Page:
When we chose our top 10 projects of the Cloud Native Computing Foundation (CNCF for short) for 2023, K3s was among our favorites. And it is a favorite for many other people, too, according to the 22.3k stars it has on GitHub. So what is K3s? Is it going to replace Kubernetes? What does K3s stand for? And why do people like it so much? Keep reading because we are about to unveil all these questions.
K3s is a lightweight Kubernetes distribution. Kubernetes – also known as K8s – is an orchestration tool that manages workloads running in a cluster. It has become ubiquitous in cloud computing for a handful of good reasons:
- It allows abstraction from the underlying infrastructure. Applications no longer need to include infrastructure management. This makes them more versatile, lighter, and faster to develop.
- Applications are isolated from other processes running on the same physical machine. Their specific dependencies do not interfere with those of others, as they remain inside the application’s container – its isolated environment.
- Kubernetes is in charge of the application’s lifecycle. Containers are expected to eventually crash, and when this happens, K8s automatically spins a new instance to replace the previous one.
- It scales horizontally the number of running instances according to the declared desired state and demand, and balances the load between them.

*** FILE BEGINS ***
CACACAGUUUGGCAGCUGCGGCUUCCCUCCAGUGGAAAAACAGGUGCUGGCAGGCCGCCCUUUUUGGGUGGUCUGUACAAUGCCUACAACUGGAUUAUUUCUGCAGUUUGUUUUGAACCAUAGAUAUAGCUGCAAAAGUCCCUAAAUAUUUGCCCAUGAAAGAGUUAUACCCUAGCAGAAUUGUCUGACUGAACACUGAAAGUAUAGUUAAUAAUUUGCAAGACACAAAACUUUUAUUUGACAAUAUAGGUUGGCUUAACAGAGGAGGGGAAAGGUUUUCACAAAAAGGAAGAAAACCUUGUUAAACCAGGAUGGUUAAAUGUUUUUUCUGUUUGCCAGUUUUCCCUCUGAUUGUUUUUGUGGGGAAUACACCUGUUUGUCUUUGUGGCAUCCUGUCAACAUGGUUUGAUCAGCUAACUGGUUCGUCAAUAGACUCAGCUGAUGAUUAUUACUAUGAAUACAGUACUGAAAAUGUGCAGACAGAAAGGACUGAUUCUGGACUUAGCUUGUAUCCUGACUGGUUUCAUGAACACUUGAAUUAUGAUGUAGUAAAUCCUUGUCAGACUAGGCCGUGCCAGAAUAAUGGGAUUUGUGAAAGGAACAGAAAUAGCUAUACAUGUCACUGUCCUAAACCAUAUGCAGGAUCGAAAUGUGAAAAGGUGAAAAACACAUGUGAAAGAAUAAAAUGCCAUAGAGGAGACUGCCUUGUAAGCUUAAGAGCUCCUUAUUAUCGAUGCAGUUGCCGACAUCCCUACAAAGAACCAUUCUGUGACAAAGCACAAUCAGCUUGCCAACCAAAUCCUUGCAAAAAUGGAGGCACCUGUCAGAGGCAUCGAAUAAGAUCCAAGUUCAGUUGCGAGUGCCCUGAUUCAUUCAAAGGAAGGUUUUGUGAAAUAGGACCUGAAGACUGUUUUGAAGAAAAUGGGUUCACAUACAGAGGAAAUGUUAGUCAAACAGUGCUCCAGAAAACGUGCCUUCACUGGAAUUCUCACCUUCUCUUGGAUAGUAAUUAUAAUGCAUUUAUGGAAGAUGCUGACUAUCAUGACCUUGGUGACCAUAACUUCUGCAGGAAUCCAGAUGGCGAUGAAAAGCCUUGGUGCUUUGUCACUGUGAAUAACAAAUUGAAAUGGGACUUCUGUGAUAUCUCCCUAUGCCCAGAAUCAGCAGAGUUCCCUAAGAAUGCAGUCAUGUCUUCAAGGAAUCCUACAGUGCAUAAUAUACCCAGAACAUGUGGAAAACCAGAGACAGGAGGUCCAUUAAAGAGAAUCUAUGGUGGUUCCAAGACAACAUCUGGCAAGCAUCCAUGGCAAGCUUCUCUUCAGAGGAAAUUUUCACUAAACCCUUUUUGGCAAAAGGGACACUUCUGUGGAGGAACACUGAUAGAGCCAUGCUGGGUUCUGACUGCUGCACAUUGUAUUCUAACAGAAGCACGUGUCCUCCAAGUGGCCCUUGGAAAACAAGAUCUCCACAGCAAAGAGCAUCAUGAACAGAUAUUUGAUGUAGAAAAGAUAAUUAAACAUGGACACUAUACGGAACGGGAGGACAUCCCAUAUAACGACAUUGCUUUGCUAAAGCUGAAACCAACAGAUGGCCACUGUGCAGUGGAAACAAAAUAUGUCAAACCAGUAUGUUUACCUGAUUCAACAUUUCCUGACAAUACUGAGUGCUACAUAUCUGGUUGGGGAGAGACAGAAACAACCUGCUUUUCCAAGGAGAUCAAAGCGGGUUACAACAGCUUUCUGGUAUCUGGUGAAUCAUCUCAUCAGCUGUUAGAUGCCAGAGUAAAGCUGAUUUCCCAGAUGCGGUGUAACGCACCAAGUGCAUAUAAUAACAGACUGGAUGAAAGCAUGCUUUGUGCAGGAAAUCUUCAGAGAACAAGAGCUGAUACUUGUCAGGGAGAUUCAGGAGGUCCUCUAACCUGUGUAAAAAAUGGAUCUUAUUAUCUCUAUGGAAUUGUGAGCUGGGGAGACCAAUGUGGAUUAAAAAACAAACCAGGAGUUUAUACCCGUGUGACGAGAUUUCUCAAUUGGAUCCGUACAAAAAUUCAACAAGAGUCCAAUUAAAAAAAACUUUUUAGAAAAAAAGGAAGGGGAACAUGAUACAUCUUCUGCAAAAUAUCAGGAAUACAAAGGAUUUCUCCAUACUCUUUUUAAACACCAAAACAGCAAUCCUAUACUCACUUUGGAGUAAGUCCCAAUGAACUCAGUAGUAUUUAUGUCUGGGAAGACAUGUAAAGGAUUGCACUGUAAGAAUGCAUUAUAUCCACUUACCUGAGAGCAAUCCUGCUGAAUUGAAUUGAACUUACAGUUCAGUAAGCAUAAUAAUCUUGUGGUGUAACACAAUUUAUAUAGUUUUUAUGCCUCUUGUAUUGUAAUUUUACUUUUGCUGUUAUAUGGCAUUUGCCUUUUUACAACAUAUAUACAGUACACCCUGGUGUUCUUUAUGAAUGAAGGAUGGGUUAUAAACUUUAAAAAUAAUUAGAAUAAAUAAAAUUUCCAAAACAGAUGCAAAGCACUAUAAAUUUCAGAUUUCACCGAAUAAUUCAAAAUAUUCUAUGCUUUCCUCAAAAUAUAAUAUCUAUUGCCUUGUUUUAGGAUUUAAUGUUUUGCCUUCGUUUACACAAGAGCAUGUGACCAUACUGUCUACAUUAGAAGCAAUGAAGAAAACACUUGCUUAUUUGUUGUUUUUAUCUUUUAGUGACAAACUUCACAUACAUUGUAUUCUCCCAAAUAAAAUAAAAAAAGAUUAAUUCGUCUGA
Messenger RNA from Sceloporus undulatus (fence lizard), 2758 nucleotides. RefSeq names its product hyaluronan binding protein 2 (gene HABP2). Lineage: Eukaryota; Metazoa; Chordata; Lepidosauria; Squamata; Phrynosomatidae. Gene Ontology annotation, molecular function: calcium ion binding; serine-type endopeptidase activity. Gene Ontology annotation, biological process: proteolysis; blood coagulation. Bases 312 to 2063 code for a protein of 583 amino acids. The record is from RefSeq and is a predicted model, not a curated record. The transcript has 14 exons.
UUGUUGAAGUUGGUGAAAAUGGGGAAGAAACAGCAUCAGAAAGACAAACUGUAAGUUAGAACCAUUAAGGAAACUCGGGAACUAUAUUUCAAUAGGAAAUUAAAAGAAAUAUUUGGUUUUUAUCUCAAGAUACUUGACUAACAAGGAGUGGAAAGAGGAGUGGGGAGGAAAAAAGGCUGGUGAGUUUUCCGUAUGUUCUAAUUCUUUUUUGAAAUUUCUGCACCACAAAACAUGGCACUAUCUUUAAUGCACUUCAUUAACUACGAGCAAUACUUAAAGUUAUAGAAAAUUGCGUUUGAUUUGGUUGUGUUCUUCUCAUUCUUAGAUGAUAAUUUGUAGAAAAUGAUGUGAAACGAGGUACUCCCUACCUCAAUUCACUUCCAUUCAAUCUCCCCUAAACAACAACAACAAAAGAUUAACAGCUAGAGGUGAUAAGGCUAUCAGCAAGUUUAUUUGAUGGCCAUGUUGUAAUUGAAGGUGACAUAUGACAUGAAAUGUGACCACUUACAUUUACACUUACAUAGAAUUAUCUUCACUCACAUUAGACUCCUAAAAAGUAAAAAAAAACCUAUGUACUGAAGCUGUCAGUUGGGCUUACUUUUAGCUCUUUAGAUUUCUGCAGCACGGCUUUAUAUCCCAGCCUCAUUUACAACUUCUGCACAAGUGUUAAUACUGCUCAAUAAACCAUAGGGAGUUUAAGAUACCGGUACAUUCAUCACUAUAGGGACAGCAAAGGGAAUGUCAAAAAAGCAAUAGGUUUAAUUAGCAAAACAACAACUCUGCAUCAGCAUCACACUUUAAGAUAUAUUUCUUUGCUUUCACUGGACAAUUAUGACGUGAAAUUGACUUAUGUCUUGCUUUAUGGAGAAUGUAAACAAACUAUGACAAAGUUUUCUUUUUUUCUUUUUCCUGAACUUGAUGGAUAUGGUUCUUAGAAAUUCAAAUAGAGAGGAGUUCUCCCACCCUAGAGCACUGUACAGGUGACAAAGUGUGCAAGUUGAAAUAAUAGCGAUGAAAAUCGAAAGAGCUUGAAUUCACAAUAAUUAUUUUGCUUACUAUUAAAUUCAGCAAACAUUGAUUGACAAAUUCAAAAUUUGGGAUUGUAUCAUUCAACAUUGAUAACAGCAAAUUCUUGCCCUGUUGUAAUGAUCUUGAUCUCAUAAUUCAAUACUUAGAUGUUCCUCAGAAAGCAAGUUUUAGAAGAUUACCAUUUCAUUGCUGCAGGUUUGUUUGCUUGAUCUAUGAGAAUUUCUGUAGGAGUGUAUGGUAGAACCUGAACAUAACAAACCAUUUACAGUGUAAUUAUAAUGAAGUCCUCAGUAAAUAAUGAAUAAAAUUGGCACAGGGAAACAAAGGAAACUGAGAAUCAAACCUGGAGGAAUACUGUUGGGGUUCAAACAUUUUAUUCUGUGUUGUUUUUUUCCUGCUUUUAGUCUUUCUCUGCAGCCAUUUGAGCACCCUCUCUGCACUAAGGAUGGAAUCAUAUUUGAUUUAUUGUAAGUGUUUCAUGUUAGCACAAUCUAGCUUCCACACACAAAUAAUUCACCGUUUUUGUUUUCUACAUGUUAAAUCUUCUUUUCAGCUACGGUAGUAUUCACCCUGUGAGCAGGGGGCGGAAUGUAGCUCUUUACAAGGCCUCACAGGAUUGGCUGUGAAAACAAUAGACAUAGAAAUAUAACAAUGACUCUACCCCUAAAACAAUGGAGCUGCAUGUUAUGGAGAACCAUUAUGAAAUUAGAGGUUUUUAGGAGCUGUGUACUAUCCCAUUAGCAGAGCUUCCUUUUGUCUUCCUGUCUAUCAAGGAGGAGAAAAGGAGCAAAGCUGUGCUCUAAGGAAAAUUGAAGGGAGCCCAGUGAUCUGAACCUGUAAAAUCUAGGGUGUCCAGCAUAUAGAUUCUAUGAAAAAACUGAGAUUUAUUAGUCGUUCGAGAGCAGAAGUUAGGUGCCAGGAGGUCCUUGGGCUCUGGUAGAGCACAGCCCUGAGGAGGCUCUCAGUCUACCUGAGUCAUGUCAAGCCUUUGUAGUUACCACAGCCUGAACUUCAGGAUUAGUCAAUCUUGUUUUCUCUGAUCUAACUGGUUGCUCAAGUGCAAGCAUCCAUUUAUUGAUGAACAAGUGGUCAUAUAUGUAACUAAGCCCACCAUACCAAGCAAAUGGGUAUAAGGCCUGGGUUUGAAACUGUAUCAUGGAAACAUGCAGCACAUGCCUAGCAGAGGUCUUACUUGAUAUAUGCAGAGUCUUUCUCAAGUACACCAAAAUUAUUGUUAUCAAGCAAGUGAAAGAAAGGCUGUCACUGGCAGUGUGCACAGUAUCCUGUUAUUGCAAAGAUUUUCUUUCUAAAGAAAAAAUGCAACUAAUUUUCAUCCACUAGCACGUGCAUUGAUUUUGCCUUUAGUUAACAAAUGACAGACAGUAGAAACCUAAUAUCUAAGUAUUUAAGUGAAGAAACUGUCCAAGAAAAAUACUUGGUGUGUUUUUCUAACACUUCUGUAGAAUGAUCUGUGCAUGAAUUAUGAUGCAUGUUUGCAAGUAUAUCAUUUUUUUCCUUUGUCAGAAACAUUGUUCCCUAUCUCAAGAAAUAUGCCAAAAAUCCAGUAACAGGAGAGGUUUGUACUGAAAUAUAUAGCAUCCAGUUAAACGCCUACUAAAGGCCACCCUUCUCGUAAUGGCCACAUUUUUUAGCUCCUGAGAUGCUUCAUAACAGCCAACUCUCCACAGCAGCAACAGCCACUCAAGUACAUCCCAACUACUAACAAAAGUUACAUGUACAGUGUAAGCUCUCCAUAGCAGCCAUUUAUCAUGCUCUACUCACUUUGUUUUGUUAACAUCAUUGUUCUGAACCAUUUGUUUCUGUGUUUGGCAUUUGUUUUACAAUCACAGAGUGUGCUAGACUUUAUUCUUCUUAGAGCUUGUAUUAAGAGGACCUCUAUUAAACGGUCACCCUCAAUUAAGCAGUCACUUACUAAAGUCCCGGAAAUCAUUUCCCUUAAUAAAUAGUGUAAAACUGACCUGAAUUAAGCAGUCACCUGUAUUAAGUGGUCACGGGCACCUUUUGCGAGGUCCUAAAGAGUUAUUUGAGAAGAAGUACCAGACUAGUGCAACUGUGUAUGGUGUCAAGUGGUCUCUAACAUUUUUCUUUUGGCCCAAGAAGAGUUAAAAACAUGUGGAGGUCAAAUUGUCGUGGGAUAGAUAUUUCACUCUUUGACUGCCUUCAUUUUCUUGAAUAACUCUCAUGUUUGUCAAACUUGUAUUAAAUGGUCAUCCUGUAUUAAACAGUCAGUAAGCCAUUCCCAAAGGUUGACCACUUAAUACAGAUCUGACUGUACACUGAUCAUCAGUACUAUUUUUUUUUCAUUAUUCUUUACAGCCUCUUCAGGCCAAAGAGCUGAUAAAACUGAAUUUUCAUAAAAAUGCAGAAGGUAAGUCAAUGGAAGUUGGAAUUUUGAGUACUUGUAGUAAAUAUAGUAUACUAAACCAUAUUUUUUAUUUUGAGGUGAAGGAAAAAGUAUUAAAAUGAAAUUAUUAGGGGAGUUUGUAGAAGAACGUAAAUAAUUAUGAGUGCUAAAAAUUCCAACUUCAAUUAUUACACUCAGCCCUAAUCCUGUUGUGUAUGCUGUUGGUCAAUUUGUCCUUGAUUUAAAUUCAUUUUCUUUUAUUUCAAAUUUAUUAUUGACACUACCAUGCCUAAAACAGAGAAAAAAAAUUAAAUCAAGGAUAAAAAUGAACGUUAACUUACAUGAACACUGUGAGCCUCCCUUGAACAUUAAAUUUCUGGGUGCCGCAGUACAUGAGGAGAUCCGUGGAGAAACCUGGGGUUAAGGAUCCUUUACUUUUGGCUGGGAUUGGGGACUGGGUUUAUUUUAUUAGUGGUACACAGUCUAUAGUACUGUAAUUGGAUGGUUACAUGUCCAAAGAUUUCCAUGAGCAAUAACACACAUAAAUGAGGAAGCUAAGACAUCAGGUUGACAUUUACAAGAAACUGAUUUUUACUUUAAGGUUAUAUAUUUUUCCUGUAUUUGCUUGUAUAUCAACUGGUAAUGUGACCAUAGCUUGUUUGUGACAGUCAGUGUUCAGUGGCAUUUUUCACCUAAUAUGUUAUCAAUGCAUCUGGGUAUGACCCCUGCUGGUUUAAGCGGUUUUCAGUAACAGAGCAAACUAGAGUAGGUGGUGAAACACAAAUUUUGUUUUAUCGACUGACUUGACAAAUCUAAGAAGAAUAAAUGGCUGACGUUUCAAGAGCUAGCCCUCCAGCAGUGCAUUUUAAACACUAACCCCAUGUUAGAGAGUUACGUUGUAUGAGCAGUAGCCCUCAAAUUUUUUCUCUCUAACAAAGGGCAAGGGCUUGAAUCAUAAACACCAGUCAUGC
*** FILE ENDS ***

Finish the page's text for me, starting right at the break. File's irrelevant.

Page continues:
- Kubernetes can handle rollouts and rollbacks graciously, guaranteeing zero downtime during application updates.
K3s aims to achieve just that in a single binary file under 100MB, which needs less than 512MB of RAM for the control plane (less than 50MB for worker nodes!) and delivers a working cluster in under a minute.
In addition, it has been preconfigured following the best practices for security and performance for constrained scenarios. So K3s is a secure by default, no-brainer, production-ready Kubernetes.
What does K3s mean?
Kubernetes is usually referred to as K8s for short. It is given this name because “Kubernetes” is a 10-letter word, so between the ‘K’ and the ‘s’ there are 8 letters: K8s. K3s is a lightweight Kubernetes, so we use just half the letters (10/2 = 5), leaving 3 letters between the ‘K’ and the ‘s’. It is a wonderful coincidence that a ‘3’ is also half an ‘8’ symbol. So K3s does not stand for anything in particular – and it does not have an official pronunciation, either.